Death of a Salesman by Arthur Miller

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How does Arthur Miller interpret the American Dream in his Death of a Salesman?

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Arthur Miller's classic American play, Death of a Salesman, is an exploration of the American dream in terms of Willy Loman's search for an answer to the question "what went wrong?" in his quest to achieve the American dream.

Willy Loman's idea of the American dream is focused on appearances. Look good, be personable, and make friends. Willy believes that any man who does those things deserves to achieve the American dream and will naturally accomplish it:

WILLY: Bernard is not well liked, is he?

BIFF: He’s liked, but he’s not well liked.

HAPPY: That’s right, Pop.

WILLY: That’s just what I...

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Arthur Miller's Death of a Salesman is as relevant today as it was when it first premiered at the Morosco Theatre on Broadway in 1949. Miller is stating that there are many posers out there hiding behind the facade of success as the American Dream. A new suit, a gift for gab and a fancy car during the time of the play whereas a puffed-up profile and pics on social media may do the trick nowadays.

The main character Willy Loman pretends to be a well connected businessman with an abundance of potential clients when he in fact he is just a washed-up old salesman, living in past triumphs (or so he thinks) without any leads in the present. It is his great illusion to perceive his self-worth in terms the status he gained (or not) in this world, all the while sweeping his lies under the rug. Not only is he deceiving his loved ones but ultimately betraying himself. It is well hidden behind the disappointment he has for son Biff who showed so much promise early in life but faded and now resents his father for his past sins, punishing him by becoming a nobody... the thing Willy despises most.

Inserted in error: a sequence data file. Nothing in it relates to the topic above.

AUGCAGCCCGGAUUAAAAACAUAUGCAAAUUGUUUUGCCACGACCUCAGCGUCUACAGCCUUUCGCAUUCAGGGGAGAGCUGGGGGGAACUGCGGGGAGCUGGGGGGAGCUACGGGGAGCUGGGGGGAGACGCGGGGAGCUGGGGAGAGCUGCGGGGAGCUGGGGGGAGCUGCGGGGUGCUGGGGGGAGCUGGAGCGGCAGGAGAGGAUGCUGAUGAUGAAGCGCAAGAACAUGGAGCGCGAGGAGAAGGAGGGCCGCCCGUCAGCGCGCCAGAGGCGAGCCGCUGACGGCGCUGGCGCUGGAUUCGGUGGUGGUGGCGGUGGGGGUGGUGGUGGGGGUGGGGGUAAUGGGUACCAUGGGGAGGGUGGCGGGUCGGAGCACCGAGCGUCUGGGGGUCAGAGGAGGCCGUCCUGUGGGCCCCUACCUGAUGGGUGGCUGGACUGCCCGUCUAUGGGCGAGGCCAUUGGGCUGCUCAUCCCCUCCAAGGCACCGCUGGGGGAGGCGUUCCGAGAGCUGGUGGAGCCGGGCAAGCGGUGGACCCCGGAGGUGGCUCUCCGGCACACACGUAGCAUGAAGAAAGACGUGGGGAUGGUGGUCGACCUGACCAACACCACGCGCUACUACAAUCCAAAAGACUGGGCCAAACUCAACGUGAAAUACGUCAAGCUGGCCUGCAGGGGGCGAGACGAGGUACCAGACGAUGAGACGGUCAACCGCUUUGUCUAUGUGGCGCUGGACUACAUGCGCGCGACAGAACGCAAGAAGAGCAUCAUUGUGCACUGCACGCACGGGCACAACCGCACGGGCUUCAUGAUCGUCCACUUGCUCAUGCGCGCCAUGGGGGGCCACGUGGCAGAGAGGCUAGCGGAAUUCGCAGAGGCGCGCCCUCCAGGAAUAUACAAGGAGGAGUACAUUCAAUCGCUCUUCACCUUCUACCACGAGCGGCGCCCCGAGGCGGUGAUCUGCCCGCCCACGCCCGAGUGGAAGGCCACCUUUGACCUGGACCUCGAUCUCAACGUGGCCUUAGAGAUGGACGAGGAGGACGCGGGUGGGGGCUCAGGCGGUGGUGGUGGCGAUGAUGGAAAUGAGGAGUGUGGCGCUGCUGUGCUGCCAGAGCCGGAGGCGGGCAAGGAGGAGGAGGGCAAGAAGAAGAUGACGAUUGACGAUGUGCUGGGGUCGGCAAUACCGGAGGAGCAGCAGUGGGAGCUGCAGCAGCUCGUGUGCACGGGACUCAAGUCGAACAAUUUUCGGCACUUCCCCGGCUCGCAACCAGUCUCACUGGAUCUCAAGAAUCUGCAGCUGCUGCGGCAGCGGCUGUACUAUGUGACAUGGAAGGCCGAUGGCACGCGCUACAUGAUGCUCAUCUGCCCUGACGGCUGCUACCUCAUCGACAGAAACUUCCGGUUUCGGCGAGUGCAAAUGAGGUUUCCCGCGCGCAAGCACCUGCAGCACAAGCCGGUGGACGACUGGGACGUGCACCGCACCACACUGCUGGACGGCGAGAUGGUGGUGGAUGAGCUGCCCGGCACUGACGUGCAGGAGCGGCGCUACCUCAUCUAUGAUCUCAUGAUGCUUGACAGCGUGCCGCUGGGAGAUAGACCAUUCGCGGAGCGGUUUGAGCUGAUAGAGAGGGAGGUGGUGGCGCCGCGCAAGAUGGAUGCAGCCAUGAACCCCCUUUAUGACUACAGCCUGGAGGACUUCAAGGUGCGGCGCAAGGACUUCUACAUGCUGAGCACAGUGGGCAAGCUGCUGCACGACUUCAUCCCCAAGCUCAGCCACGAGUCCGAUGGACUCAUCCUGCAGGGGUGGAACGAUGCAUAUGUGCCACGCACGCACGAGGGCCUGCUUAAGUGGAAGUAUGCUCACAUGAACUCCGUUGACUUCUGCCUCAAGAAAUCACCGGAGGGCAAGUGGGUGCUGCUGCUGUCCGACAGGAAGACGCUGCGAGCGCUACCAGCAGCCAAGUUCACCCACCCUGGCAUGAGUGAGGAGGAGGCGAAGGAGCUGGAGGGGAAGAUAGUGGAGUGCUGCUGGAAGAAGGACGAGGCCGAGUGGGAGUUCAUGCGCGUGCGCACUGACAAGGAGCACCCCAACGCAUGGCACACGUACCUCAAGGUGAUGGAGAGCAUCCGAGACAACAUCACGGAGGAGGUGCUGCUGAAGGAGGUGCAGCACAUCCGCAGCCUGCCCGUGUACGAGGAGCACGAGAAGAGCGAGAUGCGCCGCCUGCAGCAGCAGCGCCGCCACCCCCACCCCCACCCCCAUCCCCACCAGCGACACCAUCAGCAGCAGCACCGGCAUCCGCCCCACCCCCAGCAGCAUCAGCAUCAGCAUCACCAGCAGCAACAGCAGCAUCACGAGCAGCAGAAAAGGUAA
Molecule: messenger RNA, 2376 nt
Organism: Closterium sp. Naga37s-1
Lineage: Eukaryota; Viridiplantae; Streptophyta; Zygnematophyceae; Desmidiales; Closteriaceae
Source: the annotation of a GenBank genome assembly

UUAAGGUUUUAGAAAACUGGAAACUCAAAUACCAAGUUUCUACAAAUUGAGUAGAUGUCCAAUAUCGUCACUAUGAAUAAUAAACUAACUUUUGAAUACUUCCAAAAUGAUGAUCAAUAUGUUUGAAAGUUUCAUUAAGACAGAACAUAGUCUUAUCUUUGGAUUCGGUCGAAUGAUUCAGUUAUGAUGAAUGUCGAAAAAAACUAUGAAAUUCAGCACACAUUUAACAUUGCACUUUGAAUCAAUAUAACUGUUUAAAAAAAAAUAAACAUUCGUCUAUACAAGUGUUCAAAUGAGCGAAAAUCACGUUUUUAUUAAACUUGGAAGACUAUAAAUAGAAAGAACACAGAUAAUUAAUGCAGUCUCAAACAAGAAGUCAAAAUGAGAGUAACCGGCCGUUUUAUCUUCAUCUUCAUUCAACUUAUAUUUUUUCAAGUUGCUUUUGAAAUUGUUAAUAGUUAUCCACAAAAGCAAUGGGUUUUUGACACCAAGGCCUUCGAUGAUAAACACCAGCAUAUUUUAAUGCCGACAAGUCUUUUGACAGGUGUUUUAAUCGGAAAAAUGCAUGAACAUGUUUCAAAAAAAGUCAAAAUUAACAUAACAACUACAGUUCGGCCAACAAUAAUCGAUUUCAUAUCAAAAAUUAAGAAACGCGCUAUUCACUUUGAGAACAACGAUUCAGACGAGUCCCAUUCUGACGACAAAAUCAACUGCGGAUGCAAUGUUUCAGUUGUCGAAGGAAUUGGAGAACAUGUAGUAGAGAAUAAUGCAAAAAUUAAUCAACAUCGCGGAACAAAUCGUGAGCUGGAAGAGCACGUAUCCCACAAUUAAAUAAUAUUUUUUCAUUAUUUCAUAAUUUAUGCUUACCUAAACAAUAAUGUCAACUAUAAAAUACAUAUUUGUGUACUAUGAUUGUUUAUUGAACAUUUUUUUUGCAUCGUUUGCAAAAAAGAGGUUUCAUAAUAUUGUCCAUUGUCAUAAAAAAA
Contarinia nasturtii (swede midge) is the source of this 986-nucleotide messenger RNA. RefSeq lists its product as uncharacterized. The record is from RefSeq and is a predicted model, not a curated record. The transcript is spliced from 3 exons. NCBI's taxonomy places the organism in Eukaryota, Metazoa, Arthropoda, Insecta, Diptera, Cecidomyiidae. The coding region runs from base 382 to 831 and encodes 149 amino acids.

Conflict reveals them to be only but a reflection of themselves mirroring their own self hatred and failures. Eventually the "reality" of the American dream hasn't materialized for Willy and Biff doesn't want it. The author is saying the expectations we put on other people can be our downfall if it robs us of "seeing" the truth about ourselves and our faults.